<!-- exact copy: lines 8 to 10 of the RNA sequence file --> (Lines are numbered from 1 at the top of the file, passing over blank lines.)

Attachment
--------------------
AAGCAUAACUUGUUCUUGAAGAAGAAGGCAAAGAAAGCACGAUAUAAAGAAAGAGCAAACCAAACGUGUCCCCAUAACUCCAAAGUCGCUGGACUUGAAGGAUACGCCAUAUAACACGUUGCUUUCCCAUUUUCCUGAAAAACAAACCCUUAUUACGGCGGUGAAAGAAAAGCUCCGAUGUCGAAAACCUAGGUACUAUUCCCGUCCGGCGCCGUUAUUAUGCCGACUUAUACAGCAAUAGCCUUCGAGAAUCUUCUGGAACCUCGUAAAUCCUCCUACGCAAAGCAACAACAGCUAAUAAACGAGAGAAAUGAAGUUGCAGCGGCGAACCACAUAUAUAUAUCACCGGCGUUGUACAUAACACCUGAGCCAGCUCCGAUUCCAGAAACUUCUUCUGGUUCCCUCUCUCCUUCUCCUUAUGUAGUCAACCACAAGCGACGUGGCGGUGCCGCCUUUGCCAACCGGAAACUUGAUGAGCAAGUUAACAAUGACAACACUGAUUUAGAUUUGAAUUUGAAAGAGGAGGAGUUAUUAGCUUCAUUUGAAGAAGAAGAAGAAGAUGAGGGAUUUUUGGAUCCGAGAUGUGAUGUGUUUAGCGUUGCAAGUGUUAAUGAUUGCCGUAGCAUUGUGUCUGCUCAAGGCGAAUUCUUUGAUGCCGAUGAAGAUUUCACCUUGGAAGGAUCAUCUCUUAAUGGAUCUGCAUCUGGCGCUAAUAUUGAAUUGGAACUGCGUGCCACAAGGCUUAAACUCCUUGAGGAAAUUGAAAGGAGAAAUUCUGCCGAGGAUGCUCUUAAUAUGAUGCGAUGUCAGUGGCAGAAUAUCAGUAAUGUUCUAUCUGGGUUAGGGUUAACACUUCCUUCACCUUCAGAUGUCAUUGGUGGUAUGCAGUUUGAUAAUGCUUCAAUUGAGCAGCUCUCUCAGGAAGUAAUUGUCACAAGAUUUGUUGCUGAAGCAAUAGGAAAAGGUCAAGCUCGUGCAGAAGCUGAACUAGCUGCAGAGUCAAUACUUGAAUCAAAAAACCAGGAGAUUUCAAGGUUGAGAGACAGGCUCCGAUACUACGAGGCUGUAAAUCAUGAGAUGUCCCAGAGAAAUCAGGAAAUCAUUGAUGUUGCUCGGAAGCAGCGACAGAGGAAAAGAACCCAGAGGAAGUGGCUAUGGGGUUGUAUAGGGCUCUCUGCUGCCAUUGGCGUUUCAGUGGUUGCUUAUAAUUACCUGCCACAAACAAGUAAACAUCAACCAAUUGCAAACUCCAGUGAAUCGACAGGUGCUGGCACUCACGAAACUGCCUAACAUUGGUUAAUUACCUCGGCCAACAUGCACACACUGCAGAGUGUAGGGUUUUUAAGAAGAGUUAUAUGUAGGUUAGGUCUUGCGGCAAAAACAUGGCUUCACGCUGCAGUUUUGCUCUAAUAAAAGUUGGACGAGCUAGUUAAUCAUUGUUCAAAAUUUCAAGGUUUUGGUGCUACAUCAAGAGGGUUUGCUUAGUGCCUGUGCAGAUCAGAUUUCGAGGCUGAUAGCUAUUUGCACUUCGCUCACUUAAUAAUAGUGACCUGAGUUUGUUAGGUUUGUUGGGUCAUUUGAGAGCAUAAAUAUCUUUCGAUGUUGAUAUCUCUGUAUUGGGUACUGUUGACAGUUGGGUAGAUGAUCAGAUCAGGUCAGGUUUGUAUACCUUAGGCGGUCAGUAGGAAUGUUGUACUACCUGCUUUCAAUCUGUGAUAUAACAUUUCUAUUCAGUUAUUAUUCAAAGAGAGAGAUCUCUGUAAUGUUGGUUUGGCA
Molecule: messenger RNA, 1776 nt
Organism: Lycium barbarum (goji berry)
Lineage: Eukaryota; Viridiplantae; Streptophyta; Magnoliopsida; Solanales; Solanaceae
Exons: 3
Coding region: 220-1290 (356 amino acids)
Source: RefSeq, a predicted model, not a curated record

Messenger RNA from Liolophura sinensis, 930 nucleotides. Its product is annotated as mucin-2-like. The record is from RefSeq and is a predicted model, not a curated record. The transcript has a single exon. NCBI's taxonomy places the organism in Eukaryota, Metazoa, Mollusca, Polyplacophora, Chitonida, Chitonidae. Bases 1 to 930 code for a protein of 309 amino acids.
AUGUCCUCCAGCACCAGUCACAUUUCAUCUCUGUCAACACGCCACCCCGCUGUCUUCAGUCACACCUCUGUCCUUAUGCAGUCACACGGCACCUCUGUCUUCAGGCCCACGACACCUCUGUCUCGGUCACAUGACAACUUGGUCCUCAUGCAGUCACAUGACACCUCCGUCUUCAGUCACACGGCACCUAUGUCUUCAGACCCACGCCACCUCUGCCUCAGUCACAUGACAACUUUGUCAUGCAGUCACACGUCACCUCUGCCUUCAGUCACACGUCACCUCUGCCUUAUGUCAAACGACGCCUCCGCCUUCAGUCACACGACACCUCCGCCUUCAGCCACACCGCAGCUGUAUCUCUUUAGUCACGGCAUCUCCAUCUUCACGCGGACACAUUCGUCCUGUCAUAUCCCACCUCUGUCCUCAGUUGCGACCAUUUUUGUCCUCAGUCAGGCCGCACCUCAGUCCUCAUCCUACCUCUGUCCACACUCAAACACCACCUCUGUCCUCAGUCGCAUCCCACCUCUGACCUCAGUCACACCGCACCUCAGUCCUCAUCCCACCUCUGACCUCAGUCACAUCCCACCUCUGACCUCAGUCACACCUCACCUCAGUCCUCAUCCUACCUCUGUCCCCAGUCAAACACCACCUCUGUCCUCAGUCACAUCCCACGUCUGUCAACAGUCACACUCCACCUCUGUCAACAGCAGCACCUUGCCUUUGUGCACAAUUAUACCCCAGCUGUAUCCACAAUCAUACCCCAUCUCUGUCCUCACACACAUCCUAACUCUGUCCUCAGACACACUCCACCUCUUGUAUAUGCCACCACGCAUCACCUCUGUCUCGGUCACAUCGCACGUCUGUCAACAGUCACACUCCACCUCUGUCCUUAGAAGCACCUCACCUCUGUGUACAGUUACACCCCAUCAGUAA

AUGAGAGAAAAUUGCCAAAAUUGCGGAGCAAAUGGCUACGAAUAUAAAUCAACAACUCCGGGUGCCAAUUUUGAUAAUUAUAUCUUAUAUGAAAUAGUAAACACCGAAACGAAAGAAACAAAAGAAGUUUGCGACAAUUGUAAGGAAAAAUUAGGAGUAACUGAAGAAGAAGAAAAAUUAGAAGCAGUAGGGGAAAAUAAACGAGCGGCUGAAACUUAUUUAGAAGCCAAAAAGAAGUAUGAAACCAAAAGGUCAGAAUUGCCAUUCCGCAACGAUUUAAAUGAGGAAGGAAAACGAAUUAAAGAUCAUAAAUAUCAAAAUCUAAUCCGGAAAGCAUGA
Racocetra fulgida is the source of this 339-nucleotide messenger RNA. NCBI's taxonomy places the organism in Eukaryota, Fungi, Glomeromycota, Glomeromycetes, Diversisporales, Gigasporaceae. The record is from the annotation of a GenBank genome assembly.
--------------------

Messenger RNA from Liolophura sinensis, 930 nucleotides. Its product is annotated as mucin-2-like. The record is from RefSeq and is a predicted model, not a curated record. The transcript has a single exon. NCBI's taxonomy places the organism in Eukaryota, Metazoa, Mollusca, Polyplacophora, Chitonida, Chitonidae. Bases 1 to 930 code for a protein of 309 amino acids.
AUGUCCUCCAGCACCAGUCACAUUUCAUCUCUGUCAACACGCCACCCCGCUGUCUUCAGUCACACCUCUGUCCUUAUGCAGUCACACGGCACCUCUGUCUUCAGGCCCACGACACCUCUGUCUCGGUCACAUGACAACUUGGUCCUCAUGCAGUCACAUGACACCUCCGUCUUCAGUCACACGGCACCUAUGUCUUCAGACCCACGCCACCUCUGCCUCAGUCACAUGACAACUUUGUCAUGCAGUCACACGUCACCUCUGCCUUCAGUCACACGUCACCUCUGCCUUAUGUCAAACGACGCCUCCGCCUUCAGUCACACGACACCUCCGCCUUCAGCCACACCGCAGCUGUAUCUCUUUAGUCACGGCAUCUCCAUCUUCACGCGGACACAUUCGUCCUGUCAUAUCCCACCUCUGUCCUCAGUUGCGACCAUUUUUGUCCUCAGUCAGGCCGCACCUCAGUCCUCAUCCUACCUCUGUCCACACUCAAACACCACCUCUGUCCUCAGUCGCAUCCCACCUCUGACCUCAGUCACACCGCACCUCAGUCCUCAUCCCACCUCUGACCUCAGUCACAUCCCACCUCUGACCUCAGUCACACCUCACCUCAGUCCUCAUCCUACCUCUGUCCCCAGUCAAACACCACCUCUGUCCUCAGUCACAUCCCACGUCUGUCAACAGUCACACUCCACCUCUGUCAACAGCAGCACCUUGCCUUUGUGCACAAUUAUACCCCAGCUGUAUCCACAAUCAUACCCCAUCUCUGUCCUCACACACAUCCUAACUCUGUCCUCAGACACACUCCACCUCUUGUAUAUGCCACCACGCAUCACCUCUGUCUCGGUCACAUCGCACGUCUGUCAACAGUCACACUCCACCUCUGUCCUUAGAAGCACCUCACCUCUGUGUACAGUUACACCCCAUCAGUAA

AUGAGAGAAAAUUGCCAAAAUUGCGGAGCAAAUGGCUACGAAUAUAAAUCAACAACUCCGGGUGCCAAUUUUGAUAAUUAUAUCUUAUAUGAAAUAGUAAACACCGAAACGAAAGAAACAAAAGAAGUUUGCGACAAUUGUAAGGAAAAAUUAGGAGUAACUGAAGAAGAAGAAAAAUUAGAAGCAGUAGGGGAAAAUAAACGAGCGGCUGAAACUUAUUUAGAAGCCAAAAAGAAGUAUGAAACCAAAAGGUCAGAAUUGCCAUUCCGCAACGAUUUAAAUGAGGAAGGAAAACGAAUUAAAGAUCAUAAAUAUCAAAAUCUAAUCCGGAAAGCAUGA